He fell upon his knees and asked God simply to cover him with the shadow of His wings. As he prayed the Scots mist rolled down the mountain-side, folded the old man in its fleecy embrace, and hid him effectually from the sight of the enemy. He could hear the disappointed troopers cursing and swearing, but they lost their prey that day.
Oh! may we, who are Christians, be prepared to suffer for the truth's sake. May we trust God more in circumstances of trial. Or, if you have never trusted Christ as yet, we beseech you to do so now. He alone can save. Alas! if you enter eternity unsaved, there can be no shelter there from the storm of judgment. Here and now is the day of opportunity. “Behold, Now is of salvation” (2 Cor. 6:2).
Scattered Seed 405 (1917)
Never shall I forget a sight I saw many years ago. It was enough to make the coldest heart thrill.
Returning from preaching the gospel one Sunday evening in a Durham colliery village the train drew up at an intervening station. I quickly saw that something unusual was stirring. Evidently a stalwart young miner was emigrating, and his friends had gathered to give him a suitable send-off. Among them one could tell at a glance his old mother. The hungry way she used up every minute in gazing on her son, and the tearful expression on her face, told their own tale. His friends were jovial, wished him luck, and perhaps some hoped to follow him to a foreign land.
But his mother! She was old, and was never likely to see his face again nor he hers. At last the guard's whistle sounded, the ponderous engine began to draw our train out of the platform.
I shall ever remember how the old mother ran along the platform to get the very last look at her boy.
I can see him. Leaning out of the window, feeling the parting deeply, but he showed it in a man's way. No tears; no sobs; just a hard stony look.
I can see her. Her shawl fallen from her head; her grey and scanty locks flowing in the wind as she ran. Never shall I forget the pathos of her cry, “Oh! Jack, oh! Jack, shall I never see you again? Jack, oh! Jack, shall I never see you again?”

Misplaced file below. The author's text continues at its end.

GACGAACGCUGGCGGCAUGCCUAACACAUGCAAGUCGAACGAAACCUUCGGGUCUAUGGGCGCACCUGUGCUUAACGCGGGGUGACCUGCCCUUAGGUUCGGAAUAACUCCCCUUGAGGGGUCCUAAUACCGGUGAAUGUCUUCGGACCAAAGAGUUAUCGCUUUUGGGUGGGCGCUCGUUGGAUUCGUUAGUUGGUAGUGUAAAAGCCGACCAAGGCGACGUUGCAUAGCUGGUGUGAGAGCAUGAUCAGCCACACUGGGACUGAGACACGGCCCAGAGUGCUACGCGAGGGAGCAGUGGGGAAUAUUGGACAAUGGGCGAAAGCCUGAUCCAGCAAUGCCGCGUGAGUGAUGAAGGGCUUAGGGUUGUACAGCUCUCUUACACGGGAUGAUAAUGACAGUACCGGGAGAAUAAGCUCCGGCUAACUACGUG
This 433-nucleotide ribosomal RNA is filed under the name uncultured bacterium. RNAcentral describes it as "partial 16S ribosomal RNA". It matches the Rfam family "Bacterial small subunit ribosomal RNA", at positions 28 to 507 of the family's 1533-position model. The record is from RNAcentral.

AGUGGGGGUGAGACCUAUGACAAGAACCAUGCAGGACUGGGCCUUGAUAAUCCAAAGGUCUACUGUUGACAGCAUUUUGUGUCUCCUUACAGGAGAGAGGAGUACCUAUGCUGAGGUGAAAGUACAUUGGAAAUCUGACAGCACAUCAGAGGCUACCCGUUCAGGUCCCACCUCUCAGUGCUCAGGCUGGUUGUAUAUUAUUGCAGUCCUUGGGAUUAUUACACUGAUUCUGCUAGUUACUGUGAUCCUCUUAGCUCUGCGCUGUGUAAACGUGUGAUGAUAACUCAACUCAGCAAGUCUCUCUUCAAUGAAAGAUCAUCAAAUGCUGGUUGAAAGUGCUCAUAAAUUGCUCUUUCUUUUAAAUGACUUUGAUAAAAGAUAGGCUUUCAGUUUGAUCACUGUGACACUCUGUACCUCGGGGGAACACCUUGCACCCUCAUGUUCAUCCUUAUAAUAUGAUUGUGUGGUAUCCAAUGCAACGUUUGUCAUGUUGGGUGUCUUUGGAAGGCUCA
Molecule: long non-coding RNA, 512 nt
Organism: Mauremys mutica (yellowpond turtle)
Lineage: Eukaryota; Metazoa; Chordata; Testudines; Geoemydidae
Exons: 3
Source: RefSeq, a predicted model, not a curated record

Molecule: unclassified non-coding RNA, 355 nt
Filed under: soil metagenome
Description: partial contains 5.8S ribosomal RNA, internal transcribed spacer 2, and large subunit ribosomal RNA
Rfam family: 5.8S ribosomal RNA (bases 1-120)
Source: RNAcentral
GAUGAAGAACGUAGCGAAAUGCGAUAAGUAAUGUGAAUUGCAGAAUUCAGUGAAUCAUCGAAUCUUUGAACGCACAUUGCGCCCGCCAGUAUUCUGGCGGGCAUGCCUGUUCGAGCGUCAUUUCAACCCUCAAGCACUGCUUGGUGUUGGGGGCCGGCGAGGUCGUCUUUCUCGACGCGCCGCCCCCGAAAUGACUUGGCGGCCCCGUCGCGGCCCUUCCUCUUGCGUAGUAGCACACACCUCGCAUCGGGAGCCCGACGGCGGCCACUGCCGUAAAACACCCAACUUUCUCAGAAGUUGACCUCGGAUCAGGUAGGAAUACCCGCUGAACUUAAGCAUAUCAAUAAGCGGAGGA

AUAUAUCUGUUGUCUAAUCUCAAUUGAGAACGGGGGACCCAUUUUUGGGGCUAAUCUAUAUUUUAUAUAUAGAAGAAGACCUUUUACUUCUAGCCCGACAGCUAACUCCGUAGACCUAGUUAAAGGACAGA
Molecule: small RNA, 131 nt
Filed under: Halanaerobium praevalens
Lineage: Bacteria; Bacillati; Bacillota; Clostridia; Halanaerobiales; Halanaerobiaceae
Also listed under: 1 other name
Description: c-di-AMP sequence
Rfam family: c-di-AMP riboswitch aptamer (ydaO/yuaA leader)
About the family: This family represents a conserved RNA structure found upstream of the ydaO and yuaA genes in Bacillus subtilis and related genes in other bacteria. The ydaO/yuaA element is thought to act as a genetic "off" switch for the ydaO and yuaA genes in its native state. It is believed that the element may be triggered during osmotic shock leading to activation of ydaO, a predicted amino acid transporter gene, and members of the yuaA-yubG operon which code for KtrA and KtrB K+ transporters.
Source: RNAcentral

It is terrible to be parted for time. How inexpressibly terrible to be parted for eternity? How do you stand? Are you ready to enter the next world?
Some partings are different. For instance, the boys going off to school. They leave their kind parents and nice homes, but they are only parting for a little while, and then after hard and useful work at school they have the joy of the reunion with loved ones at home, perhaps bringing an armful of prizes and certificates home.
I saw just such a parting a little while ago. I stood beside an open coffin in which lay the body of a Christian man, seventy-eight years old. Widow, grown-up sons and daughters and grandchildren were there. The old wife came forward to take a last look at her husband's face. She stroked tenderly, saying, “Good-bye, good-bye.”
Ah! but she knew, like the schoolboys, the parting was only for a little while. He was a believer in Jesus, died in the knowledge of Christ as his Saviour and his spirit was with Him. She too was a Christian, and if the Lord were to return quickly, in a moment she would be reunited to her husband, in a scene where the old relationships will not be taken up, but every ransomed heart will be absorbed with the Saviour. At best her days of pilgrimage, as of all the Lord's people, are but few.
How happy to be ready! Are you? God grant you may not rest satisfied till you know you are saved through the work of Jesus on the cross. “Believe on the Lord Jesus Christ and thou shalt be saved” (Acts 16:31).
Scattered Seed 399 (1917)